The Secretaries of the President and Cabinet in Kamuzu Banda’s era: the case of John Ngwiri
A trade unionist of the pedigree of the likes of Chakufwa Chihana and Joe Kachingwe who later became the top head of the Malawi’s Civil Service, John Ngwiri hailed from Ntcheu and was born in 1930. He was a well-educated Malawian in Public Administration and worked for different civil services in Tanzania, Uganda and Kenya. As an experienced civil service personnel, Ngwiri returned to Nyasaland in 1959 and worked in the Nyasaland Civil Service. During the fight for independence, when he was the spokesperson of the Nyasaland Trade Union was part of the native delegation which met Harold Macmillan the then UK’s Prime Minister when he visited Malawi in 1960 where the labour related disparities were exposed to him. Undoubtedly, the role of trade union in the fight for independence and economic development could not be understated; the divorce of the Trade Unions from the Malawi Congress Party (MCP) in 1964 led to the brutal murder of another trade unionist, Winston Chisiza. The independence of trade unionism was partly precipitated for the 1964 cabinet crisis. While other trade unionists fled the country for their lives, MCP cunningly strengthened its stronghold by assimilating some trade unionists into government as a means of stifling the Trade Union movement. John Ngwiri, due to his enviably expansive international work exposure, became the second Ambassador to the United Nations from 1965 to 1966. He replaced David Lubadiri who revolted against Kamuzu Banda after the Cabinet Crisis. By 1968, Ngwiri was by far an accomplished technocrat who, inter alia, became the Secretary for Foreign Affairs. During his tenure, he is associated with a soultouching story of the reconnection of a teacher and student. It was Ngwiri who drew and executed a reconnection plan, of course with support from Malawi’s High Commission in Pretoria and South Africa’s Foreign Ministry. In 1971, finally Kamuzu Banda, while on his State visit to South Africa, reconnected with his teacher, Edith Masinga who taught him in the 1920’s before he moved to the USA.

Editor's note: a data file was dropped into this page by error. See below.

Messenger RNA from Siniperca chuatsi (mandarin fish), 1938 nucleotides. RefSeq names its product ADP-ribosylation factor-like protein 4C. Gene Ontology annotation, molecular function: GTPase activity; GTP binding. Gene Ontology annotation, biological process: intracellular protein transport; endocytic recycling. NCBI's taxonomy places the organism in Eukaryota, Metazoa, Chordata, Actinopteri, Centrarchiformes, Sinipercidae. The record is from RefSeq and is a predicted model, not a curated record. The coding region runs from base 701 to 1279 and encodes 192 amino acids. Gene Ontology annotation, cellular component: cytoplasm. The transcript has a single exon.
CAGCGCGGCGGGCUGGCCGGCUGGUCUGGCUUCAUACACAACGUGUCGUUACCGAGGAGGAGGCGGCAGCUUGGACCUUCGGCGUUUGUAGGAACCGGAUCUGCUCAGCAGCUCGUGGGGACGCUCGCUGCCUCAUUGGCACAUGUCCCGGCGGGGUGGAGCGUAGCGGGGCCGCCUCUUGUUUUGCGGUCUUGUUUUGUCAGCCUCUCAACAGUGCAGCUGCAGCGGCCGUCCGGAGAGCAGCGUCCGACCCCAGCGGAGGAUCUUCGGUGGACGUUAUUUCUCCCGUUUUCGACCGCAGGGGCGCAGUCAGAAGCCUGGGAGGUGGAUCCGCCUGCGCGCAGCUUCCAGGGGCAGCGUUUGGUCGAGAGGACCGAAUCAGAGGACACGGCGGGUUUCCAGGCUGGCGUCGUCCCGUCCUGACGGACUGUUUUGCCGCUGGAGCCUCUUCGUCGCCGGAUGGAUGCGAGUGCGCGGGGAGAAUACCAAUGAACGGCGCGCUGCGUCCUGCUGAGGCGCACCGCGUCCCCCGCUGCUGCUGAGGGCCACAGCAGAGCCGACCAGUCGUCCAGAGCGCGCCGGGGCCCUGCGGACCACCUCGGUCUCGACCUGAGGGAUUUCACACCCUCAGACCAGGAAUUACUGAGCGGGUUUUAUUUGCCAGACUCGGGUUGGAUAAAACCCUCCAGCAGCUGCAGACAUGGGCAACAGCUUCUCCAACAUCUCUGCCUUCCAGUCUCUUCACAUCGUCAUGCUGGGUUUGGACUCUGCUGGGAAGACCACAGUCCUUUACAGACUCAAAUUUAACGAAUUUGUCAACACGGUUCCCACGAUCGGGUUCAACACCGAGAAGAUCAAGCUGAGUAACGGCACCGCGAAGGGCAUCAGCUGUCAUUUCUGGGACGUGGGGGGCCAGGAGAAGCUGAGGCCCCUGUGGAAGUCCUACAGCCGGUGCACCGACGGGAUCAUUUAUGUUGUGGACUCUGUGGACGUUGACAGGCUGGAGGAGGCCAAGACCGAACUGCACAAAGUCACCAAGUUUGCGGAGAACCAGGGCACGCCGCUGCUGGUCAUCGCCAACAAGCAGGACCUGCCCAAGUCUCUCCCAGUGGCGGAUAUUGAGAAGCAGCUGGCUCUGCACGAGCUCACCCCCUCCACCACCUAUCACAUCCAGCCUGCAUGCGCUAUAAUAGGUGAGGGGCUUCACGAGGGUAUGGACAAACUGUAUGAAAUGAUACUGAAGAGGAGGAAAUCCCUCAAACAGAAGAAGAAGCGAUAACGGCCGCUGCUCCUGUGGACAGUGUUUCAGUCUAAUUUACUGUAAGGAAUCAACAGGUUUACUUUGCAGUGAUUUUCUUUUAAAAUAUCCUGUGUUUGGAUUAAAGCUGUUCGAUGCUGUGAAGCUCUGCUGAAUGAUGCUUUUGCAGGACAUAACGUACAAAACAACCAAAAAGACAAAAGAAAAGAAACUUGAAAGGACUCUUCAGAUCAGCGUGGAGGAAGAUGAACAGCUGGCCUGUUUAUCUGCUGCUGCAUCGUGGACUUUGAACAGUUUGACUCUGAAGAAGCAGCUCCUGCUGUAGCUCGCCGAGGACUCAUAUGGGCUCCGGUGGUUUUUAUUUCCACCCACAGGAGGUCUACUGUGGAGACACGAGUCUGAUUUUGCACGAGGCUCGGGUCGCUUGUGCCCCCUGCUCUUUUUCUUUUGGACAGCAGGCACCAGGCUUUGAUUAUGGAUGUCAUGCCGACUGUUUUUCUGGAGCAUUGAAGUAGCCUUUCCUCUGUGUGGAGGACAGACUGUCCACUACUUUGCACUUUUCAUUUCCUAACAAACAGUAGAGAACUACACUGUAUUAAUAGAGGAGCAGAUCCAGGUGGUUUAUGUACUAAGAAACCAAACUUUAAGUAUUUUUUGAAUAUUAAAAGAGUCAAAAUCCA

1 Political history correspondent with Lost History Foundation Ascendancy to the Secretary to the President and Cabinet Following his incredible and astronomical excellence in public policy and administration, it did not take long for Kamuzu to appoint John Ngwiri to the office of the head of the civil service. He became the second Secretary to the President and Cabinet in 1975 replacing George Jaffu who served in the same position from 1973. Jaffu, who passed last year, was unceremoniously fired for allegedly going to the office drunken. It was undoubtedly a huge task for Ngwiri considering that he was replacing an equally competent civil servant groomed by the architect of civil service, Bryan Roberts, QC. His predecessor was highly regarded by the President that “his civil service is well managed by his boy Jaffu.” Right away, Ngwiri championed the entire civil service machinery in translating the national development agenda heralded by Kamuzu Banda into a visible action. Among other huge projects, he oversaw the development of Lilongwe through the Capital City Development Corporation which then became the Capital City. Being an exposed capitalist, he also brokered trade and development deals between Malawi and Zimbabwe (then Rhodesia), South Africa and the Portuguese governments.